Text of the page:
Tuesday, August 16, 2011
Sophie and Mable
Sophie and Jake are fostering two orphan baby squirrels (gray squirrels) through St. Francis Wildlife Association, and today I got to meet the little cuties. They're all arms and legs, with harmless, soft, gripping claws and very short brown fur. Their tails are narrow and silvery, and their eyes are still tightly closed. Sophie and Jake carry their babies carefully wrapped in little wash-cloth blankets.
Sophie has named her squirrel Mable, and Jake named his Cuddly. Both kids know how to carefully feed their babies with a syringe (the squirrels grip the syringe with their little fingers just like a human baby would hold a bottle). Sophie and Jake are very good and gentle with the squirrels.
Last night Mom told me some pretty funny stories about Jake and Cuddly, how it was when the two of them first met yesterday afternoon. "Jake was carrying his squirrel around in this big towel because he's still kind of afraid of him even though they're such good friends," Mom chuckled. "And of course the squirrel didn't mind one bit; he was nice and cozy in that big towel."
Jake was full of ideas about parenting his squirrel, Mom told me. "I think we should have Family Night tonight, Mommy," he suggested. "We can watch TV together and spend time with our squirrels. Doesn't that sound good? And then tomorrow we can watch a movie with them. And then the next night we can have ice cream; we can have Ice Cream Night, Mommy. Doesn't that sound like a good idea?"
"Oh, that's a terrific idea," Kris said.
Then Jake began to worry, Mom said, because he remembered that fostering isn't forever; the goal is to set the squirrel free when it's grown so it can live a natural, healthy, independent life.
"But do I have to set Cuddly free?" Jake asked. "Mommy, do I have to?"
"Yes," Kris said.
"But that won't be for a long time though, right, Mommy?" Jake said. "We won't have to let them go for like four or five years, right?"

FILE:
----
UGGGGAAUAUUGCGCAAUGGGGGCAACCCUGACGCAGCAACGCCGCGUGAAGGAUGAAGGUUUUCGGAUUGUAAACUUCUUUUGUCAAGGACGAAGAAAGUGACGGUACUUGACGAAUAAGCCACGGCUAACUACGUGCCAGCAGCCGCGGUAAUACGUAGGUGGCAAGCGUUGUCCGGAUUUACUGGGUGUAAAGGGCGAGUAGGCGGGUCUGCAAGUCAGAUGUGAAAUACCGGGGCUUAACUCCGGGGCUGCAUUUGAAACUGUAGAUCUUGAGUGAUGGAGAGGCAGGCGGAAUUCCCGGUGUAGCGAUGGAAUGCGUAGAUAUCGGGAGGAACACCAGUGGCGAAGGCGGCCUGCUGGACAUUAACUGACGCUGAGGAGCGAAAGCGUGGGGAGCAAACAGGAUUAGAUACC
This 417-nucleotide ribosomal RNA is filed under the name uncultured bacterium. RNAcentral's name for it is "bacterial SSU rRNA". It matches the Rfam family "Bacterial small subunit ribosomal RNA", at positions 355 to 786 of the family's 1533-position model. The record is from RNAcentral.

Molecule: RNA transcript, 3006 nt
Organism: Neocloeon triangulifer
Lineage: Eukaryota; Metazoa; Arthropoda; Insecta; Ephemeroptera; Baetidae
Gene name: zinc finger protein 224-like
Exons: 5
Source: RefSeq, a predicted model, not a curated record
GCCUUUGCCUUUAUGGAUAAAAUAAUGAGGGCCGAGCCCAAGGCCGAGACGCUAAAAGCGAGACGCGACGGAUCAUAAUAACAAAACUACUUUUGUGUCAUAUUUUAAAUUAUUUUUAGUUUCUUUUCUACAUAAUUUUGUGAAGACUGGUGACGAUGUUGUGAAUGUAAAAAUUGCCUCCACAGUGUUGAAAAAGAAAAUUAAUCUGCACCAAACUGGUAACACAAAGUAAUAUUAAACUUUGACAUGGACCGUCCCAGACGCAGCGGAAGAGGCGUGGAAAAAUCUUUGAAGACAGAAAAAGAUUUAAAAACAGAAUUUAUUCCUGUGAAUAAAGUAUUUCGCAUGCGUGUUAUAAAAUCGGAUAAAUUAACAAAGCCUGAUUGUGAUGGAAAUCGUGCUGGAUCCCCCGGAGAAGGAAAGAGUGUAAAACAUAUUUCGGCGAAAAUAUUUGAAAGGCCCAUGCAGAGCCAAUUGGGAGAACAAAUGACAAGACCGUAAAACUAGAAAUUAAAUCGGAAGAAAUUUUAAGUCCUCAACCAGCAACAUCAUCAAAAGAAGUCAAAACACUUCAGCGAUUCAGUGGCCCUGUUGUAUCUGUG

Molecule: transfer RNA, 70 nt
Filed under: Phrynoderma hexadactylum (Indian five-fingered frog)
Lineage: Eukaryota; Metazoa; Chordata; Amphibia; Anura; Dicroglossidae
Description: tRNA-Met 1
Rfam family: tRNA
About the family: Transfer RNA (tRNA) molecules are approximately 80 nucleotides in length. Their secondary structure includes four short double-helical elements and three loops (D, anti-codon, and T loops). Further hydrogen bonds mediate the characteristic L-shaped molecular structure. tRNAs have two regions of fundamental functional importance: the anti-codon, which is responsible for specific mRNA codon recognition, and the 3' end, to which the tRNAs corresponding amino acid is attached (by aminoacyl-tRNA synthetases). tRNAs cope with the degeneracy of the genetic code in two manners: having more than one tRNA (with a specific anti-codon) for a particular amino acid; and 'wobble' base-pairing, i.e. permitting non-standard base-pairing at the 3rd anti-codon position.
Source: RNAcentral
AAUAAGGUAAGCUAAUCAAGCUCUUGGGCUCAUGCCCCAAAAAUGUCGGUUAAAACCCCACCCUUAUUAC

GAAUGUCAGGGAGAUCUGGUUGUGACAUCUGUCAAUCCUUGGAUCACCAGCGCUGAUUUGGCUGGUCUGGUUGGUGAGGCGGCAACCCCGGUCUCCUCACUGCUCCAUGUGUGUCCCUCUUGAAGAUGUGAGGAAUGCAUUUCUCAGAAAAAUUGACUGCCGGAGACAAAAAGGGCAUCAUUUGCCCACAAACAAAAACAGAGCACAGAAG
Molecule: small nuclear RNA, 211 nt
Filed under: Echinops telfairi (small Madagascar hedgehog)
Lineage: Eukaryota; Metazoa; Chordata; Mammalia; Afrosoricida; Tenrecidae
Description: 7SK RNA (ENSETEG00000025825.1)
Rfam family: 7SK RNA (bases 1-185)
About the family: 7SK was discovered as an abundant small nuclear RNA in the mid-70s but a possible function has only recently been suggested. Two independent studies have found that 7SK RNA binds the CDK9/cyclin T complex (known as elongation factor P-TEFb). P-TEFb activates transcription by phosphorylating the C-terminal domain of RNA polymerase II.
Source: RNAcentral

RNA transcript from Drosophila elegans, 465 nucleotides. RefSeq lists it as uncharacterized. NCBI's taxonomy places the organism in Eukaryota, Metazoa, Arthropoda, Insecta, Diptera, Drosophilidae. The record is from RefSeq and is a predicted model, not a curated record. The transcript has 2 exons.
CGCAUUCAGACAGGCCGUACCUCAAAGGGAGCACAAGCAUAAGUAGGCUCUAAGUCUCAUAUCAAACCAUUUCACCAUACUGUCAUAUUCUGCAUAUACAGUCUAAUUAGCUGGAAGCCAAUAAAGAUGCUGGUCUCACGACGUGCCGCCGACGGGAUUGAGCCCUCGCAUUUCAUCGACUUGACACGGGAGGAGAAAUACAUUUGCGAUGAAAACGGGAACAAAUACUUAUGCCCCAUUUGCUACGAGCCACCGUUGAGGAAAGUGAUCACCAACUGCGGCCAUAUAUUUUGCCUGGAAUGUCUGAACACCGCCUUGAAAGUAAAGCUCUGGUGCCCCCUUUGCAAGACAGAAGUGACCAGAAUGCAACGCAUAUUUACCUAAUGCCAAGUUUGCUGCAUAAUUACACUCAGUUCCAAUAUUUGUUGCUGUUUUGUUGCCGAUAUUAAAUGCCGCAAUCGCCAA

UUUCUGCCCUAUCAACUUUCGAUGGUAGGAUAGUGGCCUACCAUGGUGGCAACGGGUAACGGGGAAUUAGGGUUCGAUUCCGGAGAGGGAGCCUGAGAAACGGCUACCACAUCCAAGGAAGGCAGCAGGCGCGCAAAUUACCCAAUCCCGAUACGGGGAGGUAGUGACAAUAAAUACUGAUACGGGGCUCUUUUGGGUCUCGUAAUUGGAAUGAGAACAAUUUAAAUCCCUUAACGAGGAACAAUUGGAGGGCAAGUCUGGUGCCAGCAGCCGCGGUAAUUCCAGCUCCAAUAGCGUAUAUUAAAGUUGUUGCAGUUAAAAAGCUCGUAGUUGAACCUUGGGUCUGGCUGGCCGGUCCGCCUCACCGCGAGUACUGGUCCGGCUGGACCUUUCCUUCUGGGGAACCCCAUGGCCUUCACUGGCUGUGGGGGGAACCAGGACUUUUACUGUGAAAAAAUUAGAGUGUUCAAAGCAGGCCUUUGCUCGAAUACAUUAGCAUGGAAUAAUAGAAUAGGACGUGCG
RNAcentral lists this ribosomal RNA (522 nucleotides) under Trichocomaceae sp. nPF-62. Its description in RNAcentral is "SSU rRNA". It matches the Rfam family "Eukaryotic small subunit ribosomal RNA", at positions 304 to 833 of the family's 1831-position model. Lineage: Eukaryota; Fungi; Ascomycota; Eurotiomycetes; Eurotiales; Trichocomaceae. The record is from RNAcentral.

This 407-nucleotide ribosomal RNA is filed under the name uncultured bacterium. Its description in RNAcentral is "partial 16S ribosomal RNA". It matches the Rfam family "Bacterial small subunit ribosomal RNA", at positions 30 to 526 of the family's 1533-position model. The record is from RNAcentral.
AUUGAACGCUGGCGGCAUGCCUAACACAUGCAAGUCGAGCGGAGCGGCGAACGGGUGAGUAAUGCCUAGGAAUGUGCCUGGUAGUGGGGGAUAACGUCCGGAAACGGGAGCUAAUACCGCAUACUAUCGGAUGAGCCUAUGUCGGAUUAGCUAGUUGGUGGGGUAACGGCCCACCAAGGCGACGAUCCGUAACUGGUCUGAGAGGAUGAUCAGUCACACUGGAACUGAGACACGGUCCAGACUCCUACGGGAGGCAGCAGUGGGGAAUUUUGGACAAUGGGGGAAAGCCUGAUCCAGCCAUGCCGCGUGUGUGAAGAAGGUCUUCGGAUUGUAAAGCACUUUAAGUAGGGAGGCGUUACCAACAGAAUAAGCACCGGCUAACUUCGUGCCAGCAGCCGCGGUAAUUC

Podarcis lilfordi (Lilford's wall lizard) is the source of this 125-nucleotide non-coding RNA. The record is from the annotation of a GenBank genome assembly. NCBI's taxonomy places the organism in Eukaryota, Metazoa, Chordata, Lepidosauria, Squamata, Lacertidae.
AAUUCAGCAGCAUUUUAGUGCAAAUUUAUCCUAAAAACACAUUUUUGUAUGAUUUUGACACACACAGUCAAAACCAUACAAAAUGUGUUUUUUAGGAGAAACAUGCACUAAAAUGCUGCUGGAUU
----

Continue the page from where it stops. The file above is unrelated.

"Um . . . " Kris said.
When I arrived at Jake's house today to see the squirrels, Jake came out with his hands under his shirt; he was hiding something under there, and he had a little smile on his face like he was keeping a great secret.
"What have you got there?" I asked. "Is there perhaps a baby squirrel in your shirt?"
Jake shook his head and pulled out this stupid video game, Call of Duty, that he's been talking about for the last six months. Mom finally got it for him despite Kris's objections.
"Oh, no," I said. "So I guess this means I'll never get to talk to you again? You'll be too busy playing Call of Duty?"
"I'm not going to play it until five," he said. "Mommy says I can play it at five. I've got an Xbox now, you know."
"Oh, I know," I smiled.
I waited outside a minute, talking to Mom and Kris, and then Jake came out again with his hands in his shirt.
"What have you got now?" I asked.
"My squirrel," he said, smiling his little proud, teasing smile. "I can feed him! I know how to feed him, Leslie!"
"Jacob!" Kris said. "Bring that squirrel right back inside!"
"Getting pretty brave there," Mom teased, "with that squirrel under your shirt. Last night you carried him in a towel and today he's right there under your shirt."
"He loves me," Jake replied. "He just loves me so much."
And we went inside and fed and held the babies, and then we put them back in their snug little box, where they tunneled deep inside their cozy wash-cloth blankets and took a little nap.
Mable again. Unfortunately, all my pictures of Cuddly came out blurry.